Khalid Kelly

Most of those who have left Ireland over the years to fight abroad remain unaccounted for, as was the man whom the Syrian Democratic Forces claim to have captured. For the past six years gardaí didn’t know where he was until his photograph and name appeared on the Kurdish militia group’s website. 

The Department of Foreign Affairs still cannot confirm if this person is being detained by the group or indeed if any Irish citizen has recently been captured in Syria.

A small number of Irish foreign fighters survived the wars and have returned to Ireland.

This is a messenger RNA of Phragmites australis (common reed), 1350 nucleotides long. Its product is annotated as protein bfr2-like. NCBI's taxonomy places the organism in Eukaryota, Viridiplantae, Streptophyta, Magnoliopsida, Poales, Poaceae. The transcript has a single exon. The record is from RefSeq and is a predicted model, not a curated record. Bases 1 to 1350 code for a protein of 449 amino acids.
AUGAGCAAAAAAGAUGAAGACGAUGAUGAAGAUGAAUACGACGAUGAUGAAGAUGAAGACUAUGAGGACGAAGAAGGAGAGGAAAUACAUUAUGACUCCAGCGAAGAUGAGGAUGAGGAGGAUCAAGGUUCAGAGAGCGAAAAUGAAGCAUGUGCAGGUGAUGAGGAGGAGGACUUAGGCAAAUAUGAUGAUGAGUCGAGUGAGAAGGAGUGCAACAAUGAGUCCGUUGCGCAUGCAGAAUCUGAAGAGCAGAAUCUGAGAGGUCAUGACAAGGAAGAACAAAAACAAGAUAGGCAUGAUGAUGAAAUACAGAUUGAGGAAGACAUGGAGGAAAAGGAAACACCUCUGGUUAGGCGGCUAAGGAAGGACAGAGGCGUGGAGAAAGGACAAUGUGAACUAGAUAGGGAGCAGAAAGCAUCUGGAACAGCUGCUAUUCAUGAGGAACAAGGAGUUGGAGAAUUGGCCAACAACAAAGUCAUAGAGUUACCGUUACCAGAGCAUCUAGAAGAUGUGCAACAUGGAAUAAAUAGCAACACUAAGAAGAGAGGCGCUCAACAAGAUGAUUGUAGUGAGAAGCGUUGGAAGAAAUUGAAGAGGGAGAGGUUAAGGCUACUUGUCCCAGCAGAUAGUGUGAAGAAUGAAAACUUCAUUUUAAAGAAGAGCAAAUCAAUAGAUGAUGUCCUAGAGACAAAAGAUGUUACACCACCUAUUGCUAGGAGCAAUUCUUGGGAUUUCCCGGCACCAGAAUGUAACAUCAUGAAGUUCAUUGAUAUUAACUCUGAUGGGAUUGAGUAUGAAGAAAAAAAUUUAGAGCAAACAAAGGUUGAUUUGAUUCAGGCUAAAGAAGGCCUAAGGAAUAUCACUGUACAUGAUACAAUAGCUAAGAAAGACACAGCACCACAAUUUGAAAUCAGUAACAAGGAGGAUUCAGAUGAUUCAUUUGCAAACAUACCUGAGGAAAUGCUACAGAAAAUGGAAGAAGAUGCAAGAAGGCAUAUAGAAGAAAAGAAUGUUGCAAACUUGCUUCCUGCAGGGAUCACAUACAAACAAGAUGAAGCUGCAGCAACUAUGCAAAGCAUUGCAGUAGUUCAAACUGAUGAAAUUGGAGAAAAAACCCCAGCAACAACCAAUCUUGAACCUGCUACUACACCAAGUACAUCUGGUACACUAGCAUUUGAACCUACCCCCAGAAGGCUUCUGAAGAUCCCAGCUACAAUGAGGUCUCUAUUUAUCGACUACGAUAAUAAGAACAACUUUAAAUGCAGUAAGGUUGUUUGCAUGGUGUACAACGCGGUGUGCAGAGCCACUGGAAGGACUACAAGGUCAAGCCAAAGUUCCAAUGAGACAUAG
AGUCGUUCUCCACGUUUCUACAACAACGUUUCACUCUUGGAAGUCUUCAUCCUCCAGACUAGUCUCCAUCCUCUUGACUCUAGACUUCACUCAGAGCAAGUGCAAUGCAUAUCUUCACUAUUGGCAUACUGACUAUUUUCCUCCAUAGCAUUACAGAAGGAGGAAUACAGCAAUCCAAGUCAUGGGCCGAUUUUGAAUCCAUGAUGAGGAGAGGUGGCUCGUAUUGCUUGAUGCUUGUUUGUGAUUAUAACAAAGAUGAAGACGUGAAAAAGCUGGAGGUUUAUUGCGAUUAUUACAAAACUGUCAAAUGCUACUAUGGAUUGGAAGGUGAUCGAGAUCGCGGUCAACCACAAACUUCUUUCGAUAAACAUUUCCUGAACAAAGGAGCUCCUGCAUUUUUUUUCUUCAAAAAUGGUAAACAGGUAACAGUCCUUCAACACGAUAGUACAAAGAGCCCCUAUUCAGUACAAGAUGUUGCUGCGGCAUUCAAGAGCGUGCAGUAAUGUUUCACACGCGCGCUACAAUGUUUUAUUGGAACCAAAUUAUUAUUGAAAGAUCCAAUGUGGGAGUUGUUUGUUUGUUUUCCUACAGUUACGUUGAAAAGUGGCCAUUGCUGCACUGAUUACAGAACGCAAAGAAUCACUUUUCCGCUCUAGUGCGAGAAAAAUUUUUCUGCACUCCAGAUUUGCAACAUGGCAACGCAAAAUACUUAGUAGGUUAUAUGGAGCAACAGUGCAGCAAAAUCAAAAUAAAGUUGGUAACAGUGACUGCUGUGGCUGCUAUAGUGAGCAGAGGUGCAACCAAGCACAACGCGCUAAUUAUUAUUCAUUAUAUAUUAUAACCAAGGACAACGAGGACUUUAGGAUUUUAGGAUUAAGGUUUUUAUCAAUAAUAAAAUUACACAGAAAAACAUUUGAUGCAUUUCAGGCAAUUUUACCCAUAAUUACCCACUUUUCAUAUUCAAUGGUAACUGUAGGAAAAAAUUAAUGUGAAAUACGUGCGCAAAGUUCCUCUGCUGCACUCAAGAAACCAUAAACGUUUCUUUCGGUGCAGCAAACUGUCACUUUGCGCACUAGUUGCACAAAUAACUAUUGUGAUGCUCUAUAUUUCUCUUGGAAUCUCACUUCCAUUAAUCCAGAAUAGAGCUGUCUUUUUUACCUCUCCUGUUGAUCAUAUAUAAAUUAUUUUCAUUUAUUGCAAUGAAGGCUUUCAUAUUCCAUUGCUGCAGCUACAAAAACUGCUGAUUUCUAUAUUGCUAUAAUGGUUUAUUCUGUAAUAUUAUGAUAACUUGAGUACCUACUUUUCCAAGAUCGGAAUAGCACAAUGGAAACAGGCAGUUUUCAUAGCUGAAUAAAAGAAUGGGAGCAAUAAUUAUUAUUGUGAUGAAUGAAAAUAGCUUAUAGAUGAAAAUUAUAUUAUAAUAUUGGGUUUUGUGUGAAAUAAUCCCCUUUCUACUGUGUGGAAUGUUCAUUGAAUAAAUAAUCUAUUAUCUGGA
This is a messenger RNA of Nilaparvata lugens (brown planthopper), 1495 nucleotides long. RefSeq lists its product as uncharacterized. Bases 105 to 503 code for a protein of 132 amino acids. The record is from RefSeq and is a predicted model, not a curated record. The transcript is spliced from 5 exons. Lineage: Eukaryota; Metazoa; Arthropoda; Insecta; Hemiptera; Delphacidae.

These people and their families, according to Assistant Commissioner O'Sullivan, face major challenges on their return.

These, he said, are not simply issues of security or solely matters for An Garda Síochána. They also relate to social welfare and education issues and require a more co-ordinated approach with other government departments to reintegrate them back into the community.

"We have a small number that we believe are still alive in Syria and Iraq," he said. "They may go to other theatres of war in the Philippines, in the horn of Africa or in North Africa.

"Also of concern to us certainly would be families returning and that is also a concern for a lot of jurisdictions. These may have been families not involved directly in the war but whose children, particularly young males, may have witnessed some of the most appalling crimes known to man.

"They will return and they will become a challenge for a multi-agency effort".